Pivoting ability is one of the least appreciated killer traits of great entrepreneurs. Entrepreneurs who master the art of pivoting are willing to challenge their own assumptions (humility) and willing to factor in new information (curiosity). The market is always teaching us something, are we listening?
Vintage season matters. The external factors — the maturity and trending of other competitors, funders, ecosystem nurturers, and the ecosystem itself — are mostly out of our control. If you’re a fish, it’s hard to see the water you’re swimming in. Best to talk to other fish that have swam different waters in different seasons to understand your water now. Starting a company in Kenya today is 2x less risky today than 5 years ago because the ecosystem has a lot more nutrients. (I think 2023 will be great for African fintech)
All money comes with strings. Some strings are helpful, a lot are tolerable / acceptable, some are very detrimental, and some are a stew of all of the above. And sometimes when different money with different strings get thrown into the same pot, chaos and destruction are inevitable.
Similarly, every investment is an impact investment — and there are good, bad, and mixed — direct, indirect, and unintended — “impact” for every investment we make. Are we willing to be honest about all aspects of impact?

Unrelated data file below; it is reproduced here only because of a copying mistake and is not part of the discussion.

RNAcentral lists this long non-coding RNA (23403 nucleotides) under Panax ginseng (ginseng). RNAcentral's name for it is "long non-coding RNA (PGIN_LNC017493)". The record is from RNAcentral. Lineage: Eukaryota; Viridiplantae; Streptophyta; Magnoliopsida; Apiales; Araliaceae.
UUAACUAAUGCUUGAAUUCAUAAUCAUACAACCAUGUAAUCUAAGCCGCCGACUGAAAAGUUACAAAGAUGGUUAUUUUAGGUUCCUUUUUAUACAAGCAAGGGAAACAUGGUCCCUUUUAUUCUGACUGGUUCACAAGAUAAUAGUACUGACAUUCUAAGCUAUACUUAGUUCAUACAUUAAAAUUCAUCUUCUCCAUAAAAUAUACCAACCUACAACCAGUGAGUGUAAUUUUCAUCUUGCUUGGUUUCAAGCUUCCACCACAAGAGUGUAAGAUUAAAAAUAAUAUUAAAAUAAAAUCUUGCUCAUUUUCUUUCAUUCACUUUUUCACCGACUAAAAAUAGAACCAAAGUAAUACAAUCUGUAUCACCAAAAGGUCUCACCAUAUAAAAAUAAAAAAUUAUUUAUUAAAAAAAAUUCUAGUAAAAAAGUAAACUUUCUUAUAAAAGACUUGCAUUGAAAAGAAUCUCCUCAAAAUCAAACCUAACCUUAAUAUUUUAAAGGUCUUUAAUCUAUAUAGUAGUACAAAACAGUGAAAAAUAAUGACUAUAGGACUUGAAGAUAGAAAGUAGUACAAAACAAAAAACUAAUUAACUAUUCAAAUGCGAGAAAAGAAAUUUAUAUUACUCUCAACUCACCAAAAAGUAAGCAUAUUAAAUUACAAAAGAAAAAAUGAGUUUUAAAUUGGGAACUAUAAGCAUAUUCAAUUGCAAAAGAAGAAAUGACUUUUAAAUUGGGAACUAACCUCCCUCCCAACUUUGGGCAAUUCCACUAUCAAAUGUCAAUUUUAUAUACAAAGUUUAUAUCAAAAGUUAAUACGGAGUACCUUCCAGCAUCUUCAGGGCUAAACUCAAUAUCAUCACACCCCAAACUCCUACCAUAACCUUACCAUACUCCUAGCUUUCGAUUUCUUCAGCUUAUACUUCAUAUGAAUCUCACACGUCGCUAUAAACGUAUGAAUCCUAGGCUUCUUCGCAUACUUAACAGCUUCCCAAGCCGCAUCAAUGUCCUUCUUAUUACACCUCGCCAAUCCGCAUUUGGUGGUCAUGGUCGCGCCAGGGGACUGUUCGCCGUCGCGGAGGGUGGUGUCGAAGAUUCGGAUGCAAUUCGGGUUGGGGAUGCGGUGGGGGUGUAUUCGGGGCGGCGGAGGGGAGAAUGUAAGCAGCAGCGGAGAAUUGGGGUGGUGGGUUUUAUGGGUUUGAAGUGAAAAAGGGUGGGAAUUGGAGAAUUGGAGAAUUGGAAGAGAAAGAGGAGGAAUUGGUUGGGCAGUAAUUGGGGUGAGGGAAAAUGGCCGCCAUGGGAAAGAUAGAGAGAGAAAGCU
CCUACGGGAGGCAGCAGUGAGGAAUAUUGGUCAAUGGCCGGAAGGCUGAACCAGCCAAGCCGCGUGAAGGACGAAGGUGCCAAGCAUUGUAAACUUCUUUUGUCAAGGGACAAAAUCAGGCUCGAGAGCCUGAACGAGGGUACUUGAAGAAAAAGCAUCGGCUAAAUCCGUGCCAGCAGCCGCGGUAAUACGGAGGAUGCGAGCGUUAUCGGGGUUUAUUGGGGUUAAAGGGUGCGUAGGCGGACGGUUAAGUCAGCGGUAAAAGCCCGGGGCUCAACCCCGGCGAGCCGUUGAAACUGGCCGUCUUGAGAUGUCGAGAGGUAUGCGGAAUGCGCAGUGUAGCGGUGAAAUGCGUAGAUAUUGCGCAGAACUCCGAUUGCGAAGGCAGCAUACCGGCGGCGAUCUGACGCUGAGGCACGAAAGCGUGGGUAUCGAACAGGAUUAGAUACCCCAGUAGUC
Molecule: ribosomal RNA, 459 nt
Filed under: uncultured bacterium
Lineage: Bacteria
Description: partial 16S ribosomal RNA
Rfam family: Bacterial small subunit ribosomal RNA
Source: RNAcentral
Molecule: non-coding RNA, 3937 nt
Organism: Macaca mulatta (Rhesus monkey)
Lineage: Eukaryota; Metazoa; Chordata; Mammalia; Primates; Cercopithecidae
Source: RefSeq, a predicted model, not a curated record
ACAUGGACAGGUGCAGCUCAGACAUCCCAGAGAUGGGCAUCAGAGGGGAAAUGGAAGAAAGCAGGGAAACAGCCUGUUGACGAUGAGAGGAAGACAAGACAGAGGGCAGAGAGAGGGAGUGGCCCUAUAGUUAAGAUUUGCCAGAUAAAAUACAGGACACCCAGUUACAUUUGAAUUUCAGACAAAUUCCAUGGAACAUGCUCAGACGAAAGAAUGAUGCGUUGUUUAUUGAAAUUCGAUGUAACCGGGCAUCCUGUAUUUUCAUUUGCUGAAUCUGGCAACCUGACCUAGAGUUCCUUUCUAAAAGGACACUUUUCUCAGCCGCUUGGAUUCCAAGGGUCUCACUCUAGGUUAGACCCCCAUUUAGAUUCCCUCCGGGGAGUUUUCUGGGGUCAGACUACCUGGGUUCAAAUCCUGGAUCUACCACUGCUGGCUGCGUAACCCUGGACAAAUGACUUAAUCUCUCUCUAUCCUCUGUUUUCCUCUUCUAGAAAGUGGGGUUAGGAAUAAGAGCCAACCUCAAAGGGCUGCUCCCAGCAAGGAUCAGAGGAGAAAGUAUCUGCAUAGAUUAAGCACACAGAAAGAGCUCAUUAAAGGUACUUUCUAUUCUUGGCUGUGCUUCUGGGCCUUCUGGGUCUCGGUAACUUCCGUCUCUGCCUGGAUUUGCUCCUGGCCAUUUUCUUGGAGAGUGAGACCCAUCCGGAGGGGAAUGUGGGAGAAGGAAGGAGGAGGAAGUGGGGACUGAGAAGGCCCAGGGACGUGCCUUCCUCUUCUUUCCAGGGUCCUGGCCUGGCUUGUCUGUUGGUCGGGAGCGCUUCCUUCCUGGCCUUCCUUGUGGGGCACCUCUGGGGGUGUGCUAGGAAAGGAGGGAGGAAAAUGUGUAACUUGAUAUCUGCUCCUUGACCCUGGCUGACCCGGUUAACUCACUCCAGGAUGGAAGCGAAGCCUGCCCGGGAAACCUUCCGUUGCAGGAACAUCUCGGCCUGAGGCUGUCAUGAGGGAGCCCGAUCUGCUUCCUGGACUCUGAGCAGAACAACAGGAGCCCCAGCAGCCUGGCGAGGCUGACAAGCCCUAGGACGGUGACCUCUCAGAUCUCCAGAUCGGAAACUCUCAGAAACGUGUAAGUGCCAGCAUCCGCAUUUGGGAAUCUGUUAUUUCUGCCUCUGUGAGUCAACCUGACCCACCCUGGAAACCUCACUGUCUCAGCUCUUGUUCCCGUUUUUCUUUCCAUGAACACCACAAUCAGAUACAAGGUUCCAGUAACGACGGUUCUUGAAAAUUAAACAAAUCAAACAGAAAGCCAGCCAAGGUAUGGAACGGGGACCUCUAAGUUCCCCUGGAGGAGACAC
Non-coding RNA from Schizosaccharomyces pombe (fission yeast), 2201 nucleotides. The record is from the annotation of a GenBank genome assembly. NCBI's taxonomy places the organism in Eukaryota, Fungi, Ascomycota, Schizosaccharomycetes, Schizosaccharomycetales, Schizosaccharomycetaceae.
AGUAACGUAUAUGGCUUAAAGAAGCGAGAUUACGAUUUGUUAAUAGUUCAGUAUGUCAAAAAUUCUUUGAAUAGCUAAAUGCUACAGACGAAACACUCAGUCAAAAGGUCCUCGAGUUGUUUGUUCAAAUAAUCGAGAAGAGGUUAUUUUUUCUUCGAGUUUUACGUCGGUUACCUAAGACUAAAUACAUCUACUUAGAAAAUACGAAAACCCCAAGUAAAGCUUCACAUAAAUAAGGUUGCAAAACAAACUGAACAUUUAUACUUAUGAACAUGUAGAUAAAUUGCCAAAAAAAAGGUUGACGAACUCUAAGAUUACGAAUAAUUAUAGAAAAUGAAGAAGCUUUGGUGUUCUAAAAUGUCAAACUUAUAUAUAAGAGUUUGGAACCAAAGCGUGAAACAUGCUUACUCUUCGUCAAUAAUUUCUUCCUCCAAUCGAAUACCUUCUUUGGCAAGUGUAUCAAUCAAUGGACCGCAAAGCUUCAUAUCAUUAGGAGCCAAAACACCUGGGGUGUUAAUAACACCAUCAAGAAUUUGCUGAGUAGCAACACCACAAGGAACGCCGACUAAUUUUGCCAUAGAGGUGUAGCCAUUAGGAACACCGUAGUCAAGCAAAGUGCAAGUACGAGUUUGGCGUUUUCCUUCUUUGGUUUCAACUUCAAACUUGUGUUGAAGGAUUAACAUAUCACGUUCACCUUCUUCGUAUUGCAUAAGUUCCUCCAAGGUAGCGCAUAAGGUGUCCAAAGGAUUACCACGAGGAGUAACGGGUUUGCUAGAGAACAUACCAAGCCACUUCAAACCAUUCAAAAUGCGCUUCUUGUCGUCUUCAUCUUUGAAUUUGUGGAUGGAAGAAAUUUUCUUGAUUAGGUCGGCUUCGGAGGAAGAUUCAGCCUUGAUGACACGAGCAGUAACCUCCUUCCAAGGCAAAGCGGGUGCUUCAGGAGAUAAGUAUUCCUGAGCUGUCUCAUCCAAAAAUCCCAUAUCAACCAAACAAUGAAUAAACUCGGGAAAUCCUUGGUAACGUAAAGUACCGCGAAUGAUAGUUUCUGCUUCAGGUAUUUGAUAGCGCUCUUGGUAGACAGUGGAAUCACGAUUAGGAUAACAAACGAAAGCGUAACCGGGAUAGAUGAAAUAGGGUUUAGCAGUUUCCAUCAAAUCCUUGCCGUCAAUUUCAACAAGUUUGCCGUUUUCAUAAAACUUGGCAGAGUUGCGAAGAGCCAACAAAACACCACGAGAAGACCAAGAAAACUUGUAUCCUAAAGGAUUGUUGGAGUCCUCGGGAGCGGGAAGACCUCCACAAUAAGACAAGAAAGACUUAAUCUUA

Trust is built slowly through consistency, but can be sped up dramatically when trust is transferred from a trusted mutual connection.
In terms of culture, tech, and innovation, I wonder if Kenya is to Nigeria as Taiwan is to South Korea.
In the next 10 years, there will be dozens of global tech companies that span the continents that started in East Africa. Some of our portfolio companies are already entering SE Asia and LATAM.
For entrepreneurs raising a round, think about it less as getting to a number, and more as who you want around the table. You’re not just crowdsourcing funds, you’re crowdsourcing wisdom and networks.
Many companies are really also fin companies in disguise (look at everything from Apple Pay to car dealerships to retailers pushing credit cards). All fin companies are tech companies (JP Morgan Chase had a $14B tech budget last year — half went to growth/innovation).
Track record is important, but it’s not everything. One successful company I’ve been a part of (nine-figure valuation) was scaled by a CEO who had 2 failed start-ups.
Active angel groups can be awesome. I’m part of the Nairobi Business Angel Network. So fun to invest with others with a diversity of networks, expertise, and worldview. The collective wisdom around these circles can be more powerful than a big VC firm.
So excited to announce when portfolio companies are crushing it! I appreciate all the LinkedIn congrats; just note that I really didn’t do much at all for those successes to happen!
(Bonus) The most important insights and developments in the ecosystem don't make the news and never appear in blog posts like this ;)